There is a rich gold mine of discovery associated with this phenomenon. Stem cell research has already confronted this discovery, and is exploring it to good effect. Cancer research is likewise beginning to see the light. Soon, anti-ageing research will wield this powerful tool. Time-sensitive paired (and more) interventions are likely to revolutionise the field of genetic intervention across multiple fields.


Monday, May 07, 2012

Mastering Cell Signaling: A Worthy Goal

Cells make decisions in fluctuating environments using inherently noisy biochemical mechanisms. Such effects create considerable, unpredictable variation – known as ‘stochasticity’– both over time and between genetically identical cells. To understand how cells exploit and control these biochemical fluctuations, scientists must identify the sources of stochasticity, quantify their effects, and distinguish variation that carries information about the biological environment from confounding noise.

In their PNAS paper, Dr Bowsher and Professor Swain show how to decompose the fluctuations of biochemical networks into multiple components and how to design experimental ‘reporters’ to measure these components in living cells.

The paper, which describes the application of this approach to yeast cells, shows that the majority of cellular variation may be informational in origin and due to fluctuations in the cellular environment. The results pave the way to a better understanding of the dynamics of signal processing and decision-making by cells. _SD
Cell Signaling Network, Preliminary Sketch

We begin to comprehend the potential power of cell signaling mastery, when we observe research breakthroughs such as the following:
In laboratory experiments with mouse cells, the researchers found that a specific protein that regulates cell aging also controls a process that causes blood-making stem cells to age. Using drugs to inhibit the action of this protein (called Cdc42) reversed aging of the hematopoietic stem cells and restored their function to a level similar to that of younger stem cells.

It had been [previously] believed that the aging of hematopoietic stem cells was locked in by nature and could not be reversed by using drugs, according to a hospital news release.

...The study by scientists at Cincinnati Children's Hospital Medical Center and Ulm University Medicine in Germany appeared online May 3 in the journal Cell Stem Cell. _USN
Turning old hematopoietic stem cells into young hematopoietic stem cells is nothing to sneeze at. And it is only a slight foretaste of what is becoming possible, as we better understand cell signaling networks and the signaling involved in gene expression.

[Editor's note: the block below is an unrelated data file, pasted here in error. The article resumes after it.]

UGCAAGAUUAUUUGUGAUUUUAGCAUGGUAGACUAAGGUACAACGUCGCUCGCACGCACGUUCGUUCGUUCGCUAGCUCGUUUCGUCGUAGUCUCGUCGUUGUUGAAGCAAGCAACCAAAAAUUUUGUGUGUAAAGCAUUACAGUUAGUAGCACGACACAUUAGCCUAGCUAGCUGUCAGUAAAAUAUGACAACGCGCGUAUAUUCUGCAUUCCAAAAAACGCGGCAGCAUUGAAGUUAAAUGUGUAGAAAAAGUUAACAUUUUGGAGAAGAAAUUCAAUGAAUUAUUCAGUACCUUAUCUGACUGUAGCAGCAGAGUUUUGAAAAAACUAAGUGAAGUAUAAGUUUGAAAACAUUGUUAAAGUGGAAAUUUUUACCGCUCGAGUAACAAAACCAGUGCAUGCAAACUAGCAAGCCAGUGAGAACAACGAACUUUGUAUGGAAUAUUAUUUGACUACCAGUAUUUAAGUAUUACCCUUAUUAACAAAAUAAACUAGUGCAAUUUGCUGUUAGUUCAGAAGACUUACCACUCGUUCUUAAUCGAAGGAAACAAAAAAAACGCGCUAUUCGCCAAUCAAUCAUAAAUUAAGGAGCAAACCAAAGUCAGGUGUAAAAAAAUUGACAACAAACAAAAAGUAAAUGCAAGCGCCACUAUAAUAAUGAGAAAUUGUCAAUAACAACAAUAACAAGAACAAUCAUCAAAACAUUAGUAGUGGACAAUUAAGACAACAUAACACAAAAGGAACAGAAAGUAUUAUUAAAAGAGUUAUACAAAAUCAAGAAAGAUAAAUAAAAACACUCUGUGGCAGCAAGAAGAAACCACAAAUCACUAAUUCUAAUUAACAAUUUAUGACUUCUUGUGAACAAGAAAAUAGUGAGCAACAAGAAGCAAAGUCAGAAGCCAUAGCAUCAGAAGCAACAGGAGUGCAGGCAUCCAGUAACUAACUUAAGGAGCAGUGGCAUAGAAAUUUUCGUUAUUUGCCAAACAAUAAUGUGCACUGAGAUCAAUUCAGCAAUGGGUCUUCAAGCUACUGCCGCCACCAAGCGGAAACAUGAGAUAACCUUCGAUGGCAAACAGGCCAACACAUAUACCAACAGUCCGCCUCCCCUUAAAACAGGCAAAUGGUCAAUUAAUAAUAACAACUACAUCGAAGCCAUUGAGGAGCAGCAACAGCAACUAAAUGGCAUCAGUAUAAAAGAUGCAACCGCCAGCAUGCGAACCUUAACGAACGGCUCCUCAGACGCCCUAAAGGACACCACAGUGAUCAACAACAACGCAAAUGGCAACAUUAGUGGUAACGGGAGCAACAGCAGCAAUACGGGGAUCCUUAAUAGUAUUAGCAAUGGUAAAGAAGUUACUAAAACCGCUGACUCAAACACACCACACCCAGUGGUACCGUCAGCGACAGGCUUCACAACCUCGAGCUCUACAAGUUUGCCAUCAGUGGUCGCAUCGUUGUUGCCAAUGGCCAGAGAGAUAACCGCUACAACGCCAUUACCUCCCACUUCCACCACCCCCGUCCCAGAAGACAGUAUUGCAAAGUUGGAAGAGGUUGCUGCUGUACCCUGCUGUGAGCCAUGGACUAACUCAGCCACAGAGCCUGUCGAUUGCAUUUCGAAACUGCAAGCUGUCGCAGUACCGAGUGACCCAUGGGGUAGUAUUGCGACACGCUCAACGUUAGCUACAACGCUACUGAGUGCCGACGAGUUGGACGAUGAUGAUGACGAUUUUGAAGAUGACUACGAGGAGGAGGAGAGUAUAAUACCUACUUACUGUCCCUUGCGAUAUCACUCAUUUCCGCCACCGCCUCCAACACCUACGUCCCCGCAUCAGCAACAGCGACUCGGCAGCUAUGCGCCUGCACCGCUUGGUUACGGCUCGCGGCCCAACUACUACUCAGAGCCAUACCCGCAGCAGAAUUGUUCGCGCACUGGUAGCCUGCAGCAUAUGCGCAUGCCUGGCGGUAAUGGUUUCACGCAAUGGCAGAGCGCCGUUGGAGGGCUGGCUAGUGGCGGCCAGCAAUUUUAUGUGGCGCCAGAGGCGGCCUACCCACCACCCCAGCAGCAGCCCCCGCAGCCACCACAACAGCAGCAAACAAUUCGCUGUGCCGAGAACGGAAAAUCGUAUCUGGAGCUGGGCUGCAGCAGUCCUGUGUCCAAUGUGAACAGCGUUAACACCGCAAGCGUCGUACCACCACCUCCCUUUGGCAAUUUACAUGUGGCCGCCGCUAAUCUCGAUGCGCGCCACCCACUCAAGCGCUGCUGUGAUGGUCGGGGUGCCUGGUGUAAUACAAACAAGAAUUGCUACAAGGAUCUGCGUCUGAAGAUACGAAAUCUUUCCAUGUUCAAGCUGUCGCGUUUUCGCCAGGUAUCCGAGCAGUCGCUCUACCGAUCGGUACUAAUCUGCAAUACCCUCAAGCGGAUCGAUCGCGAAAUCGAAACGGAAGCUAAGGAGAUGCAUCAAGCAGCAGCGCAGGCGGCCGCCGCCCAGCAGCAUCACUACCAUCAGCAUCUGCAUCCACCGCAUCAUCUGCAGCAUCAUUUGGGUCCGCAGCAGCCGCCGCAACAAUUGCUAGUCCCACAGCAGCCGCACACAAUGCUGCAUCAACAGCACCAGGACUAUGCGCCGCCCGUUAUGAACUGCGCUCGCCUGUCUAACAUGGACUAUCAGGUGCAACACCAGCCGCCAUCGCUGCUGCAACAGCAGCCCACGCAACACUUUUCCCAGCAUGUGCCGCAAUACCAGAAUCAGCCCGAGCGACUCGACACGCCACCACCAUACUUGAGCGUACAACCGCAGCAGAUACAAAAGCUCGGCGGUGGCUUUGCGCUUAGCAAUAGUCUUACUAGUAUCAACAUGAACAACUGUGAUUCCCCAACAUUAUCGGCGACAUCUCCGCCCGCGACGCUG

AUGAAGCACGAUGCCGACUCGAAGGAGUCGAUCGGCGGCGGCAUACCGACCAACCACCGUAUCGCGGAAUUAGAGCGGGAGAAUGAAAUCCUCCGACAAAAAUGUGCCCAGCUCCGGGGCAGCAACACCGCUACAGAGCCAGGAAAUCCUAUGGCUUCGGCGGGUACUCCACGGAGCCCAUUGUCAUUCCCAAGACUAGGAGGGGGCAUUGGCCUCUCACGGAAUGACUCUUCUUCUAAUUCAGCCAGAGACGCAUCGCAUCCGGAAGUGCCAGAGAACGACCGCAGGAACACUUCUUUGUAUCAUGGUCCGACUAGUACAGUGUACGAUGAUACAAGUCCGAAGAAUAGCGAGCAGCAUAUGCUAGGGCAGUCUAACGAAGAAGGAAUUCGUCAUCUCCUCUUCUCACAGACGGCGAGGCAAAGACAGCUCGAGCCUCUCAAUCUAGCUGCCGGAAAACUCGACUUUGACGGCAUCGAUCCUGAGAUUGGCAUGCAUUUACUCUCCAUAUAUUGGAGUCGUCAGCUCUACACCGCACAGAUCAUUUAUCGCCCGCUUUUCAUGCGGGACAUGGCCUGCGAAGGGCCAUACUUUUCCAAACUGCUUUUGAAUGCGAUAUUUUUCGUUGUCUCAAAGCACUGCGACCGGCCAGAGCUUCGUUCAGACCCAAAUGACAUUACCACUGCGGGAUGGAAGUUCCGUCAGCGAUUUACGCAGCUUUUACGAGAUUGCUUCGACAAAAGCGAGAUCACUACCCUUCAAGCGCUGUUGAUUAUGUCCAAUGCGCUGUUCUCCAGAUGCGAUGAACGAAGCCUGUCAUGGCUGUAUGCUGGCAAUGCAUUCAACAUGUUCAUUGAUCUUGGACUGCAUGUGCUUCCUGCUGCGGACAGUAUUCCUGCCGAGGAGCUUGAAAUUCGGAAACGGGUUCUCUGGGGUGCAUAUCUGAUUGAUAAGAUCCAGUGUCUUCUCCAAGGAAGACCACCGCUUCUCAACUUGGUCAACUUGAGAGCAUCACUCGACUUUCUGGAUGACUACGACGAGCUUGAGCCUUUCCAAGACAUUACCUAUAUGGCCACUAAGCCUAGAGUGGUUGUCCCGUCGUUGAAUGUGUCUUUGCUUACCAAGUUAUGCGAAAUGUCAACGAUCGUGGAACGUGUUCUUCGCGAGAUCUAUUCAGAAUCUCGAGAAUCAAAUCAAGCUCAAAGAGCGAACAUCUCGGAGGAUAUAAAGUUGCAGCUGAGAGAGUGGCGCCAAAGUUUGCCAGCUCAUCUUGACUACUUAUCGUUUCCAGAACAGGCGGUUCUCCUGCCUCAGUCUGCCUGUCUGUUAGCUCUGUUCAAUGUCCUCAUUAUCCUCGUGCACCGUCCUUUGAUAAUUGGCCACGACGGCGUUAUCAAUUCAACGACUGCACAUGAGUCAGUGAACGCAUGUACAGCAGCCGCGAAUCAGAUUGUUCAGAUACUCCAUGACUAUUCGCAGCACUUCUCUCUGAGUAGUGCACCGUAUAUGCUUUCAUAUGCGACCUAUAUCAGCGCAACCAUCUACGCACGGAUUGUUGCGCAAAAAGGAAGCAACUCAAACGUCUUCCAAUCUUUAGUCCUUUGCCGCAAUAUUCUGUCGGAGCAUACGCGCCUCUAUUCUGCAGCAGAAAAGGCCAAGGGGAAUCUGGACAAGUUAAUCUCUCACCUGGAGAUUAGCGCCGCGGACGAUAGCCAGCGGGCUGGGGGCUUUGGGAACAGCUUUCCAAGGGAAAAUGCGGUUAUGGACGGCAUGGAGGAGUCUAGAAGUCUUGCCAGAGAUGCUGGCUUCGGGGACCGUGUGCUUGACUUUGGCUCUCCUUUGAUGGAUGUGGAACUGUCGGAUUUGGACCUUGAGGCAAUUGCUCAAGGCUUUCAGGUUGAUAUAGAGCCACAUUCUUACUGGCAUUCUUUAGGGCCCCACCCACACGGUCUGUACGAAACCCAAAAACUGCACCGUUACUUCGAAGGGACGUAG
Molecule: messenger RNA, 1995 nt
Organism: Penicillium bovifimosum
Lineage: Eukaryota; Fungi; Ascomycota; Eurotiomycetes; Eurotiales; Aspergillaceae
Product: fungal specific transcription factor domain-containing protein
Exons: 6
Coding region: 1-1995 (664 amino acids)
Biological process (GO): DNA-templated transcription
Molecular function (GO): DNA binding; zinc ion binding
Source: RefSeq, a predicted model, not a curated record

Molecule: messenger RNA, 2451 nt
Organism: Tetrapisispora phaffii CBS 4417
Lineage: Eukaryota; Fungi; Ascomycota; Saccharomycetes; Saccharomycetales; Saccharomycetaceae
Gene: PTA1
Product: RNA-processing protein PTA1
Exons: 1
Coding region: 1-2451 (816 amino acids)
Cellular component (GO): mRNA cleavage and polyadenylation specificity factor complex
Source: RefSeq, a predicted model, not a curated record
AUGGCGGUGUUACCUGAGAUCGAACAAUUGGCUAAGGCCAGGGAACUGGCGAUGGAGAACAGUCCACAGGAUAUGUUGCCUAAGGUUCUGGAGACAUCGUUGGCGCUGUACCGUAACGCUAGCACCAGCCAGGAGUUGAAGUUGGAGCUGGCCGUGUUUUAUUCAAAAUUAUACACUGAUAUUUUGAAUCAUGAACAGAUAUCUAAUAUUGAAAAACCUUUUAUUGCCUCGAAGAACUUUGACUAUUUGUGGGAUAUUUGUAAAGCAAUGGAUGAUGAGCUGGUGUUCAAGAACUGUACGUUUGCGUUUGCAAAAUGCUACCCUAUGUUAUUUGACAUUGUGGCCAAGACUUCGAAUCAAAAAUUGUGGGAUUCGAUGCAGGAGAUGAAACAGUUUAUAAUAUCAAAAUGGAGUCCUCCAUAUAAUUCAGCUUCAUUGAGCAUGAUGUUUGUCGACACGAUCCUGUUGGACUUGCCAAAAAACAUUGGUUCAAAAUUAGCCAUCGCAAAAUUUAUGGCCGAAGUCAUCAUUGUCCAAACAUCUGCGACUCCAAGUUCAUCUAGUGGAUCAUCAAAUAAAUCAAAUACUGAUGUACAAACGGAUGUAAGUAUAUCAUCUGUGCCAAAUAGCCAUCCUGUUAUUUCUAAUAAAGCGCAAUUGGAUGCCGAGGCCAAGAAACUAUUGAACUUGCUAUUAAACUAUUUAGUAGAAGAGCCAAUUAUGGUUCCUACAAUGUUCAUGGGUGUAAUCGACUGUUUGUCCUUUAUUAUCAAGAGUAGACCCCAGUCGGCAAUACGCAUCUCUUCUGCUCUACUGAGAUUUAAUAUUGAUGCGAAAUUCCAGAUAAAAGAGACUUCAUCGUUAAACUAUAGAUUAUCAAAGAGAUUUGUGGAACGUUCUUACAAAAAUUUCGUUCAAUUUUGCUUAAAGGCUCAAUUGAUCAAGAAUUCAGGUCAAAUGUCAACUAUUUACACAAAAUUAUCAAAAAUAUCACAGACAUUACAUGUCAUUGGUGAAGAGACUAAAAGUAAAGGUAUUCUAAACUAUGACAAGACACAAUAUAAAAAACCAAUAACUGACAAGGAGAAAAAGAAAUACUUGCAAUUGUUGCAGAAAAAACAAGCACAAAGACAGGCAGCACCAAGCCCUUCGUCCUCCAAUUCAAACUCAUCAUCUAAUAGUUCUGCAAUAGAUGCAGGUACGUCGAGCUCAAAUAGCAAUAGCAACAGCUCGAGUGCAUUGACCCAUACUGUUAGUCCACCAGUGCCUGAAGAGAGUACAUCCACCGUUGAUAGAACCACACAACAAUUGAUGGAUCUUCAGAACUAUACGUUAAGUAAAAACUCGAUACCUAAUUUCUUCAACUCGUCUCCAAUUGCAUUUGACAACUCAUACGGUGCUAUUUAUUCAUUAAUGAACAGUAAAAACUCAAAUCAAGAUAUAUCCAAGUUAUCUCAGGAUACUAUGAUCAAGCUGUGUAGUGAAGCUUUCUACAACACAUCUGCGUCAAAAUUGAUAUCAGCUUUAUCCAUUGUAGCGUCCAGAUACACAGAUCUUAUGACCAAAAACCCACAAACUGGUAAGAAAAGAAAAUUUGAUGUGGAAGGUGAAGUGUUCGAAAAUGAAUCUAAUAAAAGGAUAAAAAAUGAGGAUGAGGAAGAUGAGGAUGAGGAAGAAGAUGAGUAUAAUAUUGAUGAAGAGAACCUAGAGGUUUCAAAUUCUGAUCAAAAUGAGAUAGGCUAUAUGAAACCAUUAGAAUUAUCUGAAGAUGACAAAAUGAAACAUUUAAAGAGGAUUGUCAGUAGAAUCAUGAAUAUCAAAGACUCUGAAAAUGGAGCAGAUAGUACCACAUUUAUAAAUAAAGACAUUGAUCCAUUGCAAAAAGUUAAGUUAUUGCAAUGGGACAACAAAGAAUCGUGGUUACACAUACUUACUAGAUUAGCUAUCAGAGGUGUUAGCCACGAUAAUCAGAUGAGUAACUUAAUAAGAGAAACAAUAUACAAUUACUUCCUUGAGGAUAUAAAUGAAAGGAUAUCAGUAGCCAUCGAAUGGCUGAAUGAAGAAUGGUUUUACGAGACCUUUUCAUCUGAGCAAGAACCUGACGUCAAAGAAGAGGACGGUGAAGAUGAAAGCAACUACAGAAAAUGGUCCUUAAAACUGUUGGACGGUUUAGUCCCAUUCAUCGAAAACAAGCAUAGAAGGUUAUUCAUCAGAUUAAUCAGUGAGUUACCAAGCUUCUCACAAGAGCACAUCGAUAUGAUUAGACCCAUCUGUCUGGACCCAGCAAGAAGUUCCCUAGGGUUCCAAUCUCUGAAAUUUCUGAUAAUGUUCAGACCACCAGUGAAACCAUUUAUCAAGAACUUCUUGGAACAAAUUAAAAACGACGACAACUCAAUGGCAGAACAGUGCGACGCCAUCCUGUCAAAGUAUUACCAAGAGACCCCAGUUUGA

One of the more exciting near-to-intermediate term possibility arising from the coming mastery of cell signaling, is the ability to reverse neurodegenerative diseases which involve abnormal protein folding. Diseases such as Alzheimer's, Huntington's, Parkinson's, and "mad cow disease," for example, involve abnormal proteins leading to cell destruction and loss of neural function.
Researchers at the University of Leicester uncovered how the build-up of proteins in mice with prion disease resulted in brain cells dying.

They showed that as misfolded protein levels rise in the brain, cells respond by trying to shut down the production of all new proteins.

...The team at the Medical Research Council laboratory in Leicester then tried to manipulate the switch which turned the protein factory off. When they prevented cells from shutting down, they prevented the brain dying. The mice then lived significantly longer.

Each neuro-degenerative disease results in a unique set of misfolded proteins being produced, which are then thought to lead to brain cells dying.

Prof Giovanna Mallucci told the BBC: "The novelty here is we're just targeting the protein shut-down, we're ignoring the prion protein and that's what makes it potentially relevant across the board."

The idea, which has not yet been tested, is that if preventing the shut down protects the brain in prion disease - it might work in all diseases that have misfolded proteins.

Prof Mallucci added: "What it gives you is an appealing concept that one pathway and therefore one treatment could have benefits across a range of disorders. _BBC
Nature article

Complex cell signaling is also involved in the control of gene expression, including critically important DNA repair, and control of telomere length in cells -- which controls the number of cell doublings allowed.

If you click on the image above, you can view an enlarged version of a portion of a cell signaling network. Such complexity explains the need for high powered computational backup in the attempt to decode these networks, as a prelude to their mastery.

Cellular processes take place very quickly, and in a closely controlled and balanced chemical milieu. If we are to learn to intervene on the level of the cell in a beneficial way, we must proceed with care. But we definitely aim to proceed.